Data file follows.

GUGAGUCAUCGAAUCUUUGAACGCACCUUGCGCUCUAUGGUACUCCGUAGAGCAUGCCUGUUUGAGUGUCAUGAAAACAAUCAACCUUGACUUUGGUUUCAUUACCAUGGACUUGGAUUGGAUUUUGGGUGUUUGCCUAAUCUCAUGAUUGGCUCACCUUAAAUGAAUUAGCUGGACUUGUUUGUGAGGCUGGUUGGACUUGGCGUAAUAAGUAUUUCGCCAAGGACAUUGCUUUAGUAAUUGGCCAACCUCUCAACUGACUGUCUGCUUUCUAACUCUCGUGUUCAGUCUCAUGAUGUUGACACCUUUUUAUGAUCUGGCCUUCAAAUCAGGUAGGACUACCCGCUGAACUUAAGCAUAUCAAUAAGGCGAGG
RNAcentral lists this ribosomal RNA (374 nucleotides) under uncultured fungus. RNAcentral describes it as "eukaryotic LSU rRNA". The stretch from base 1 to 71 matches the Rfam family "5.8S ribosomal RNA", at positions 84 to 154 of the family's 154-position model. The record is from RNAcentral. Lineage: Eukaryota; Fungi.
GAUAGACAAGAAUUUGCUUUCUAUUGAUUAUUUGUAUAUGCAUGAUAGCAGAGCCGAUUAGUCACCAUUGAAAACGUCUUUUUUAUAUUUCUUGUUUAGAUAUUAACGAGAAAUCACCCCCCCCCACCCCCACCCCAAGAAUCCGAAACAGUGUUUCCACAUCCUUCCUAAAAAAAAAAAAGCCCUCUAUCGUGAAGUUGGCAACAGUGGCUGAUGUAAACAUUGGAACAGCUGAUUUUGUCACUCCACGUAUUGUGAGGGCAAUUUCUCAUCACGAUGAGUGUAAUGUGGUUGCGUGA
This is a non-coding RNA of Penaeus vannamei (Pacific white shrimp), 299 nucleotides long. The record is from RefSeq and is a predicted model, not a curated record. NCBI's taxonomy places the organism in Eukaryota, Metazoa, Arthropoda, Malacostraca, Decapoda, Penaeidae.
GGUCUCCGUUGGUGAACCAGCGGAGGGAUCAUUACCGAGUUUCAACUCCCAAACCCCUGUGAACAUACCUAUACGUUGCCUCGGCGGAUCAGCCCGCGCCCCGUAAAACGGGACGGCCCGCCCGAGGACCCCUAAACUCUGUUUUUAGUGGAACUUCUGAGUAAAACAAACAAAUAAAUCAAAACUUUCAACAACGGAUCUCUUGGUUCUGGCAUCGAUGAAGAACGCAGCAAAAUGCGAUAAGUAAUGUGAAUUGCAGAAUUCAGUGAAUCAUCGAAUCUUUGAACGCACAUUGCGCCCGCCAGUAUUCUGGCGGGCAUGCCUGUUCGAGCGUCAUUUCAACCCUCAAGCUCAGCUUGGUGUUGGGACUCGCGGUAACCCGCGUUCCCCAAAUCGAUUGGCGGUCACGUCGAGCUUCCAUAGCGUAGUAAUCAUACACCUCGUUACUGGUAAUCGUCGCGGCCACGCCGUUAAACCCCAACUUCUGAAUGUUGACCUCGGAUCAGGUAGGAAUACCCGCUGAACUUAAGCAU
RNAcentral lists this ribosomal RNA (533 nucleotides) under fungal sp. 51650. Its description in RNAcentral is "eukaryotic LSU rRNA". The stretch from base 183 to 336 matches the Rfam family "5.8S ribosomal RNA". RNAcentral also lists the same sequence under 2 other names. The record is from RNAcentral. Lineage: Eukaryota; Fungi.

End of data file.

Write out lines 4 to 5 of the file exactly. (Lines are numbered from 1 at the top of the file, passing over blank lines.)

This is a non-coding RNA of Penaeus vannamei (Pacific white shrimp), 299 nucleotides long. The record is from RefSeq and is a predicted model, not a curated record. NCBI's taxonomy places the organism in Eukaryota, Metazoa, Arthropoda, Malacostraca, Decapoda, Penaeidae.
GGUCUCCGUUGGUGAACCAGCGGAGGGAUCAUUACCGAGUUUCAACUCCCAAACCCCUGUGAACAUACCUAUACGUUGCCUCGGCGGAUCAGCCCGCGCCCCGUAAAACGGGACGGCCCGCCCGAGGACCCCUAAACUCUGUUUUUAGUGGAACUUCUGAGUAAAACAAACAAAUAAAUCAAAACUUUCAACAACGGAUCUCUUGGUUCUGGCAUCGAUGAAGAACGCAGCAAAAUGCGAUAAGUAAUGUGAAUUGCAGAAUUCAGUGAAUCAUCGAAUCUUUGAACGCACAUUGCGCCCGCCAGUAUUCUGGCGGGCAUGCCUGUUCGAGCGUCAUUUCAACCCUCAAGCUCAGCUUGGUGUUGGGACUCGCGGUAACCCGCGUUCCCCAAAUCGAUUGGCGGUCACGUCGAGCUUCCAUAGCGUAGUAAUCAUACACCUCGUUACUGGUAAUCGUCGCGGCCACGCCGUUAAACCCCAACUUCUGAAUGUUGACCUCGGAUCAGGUAGGAAUACCCGCUGAACUUAAGCAU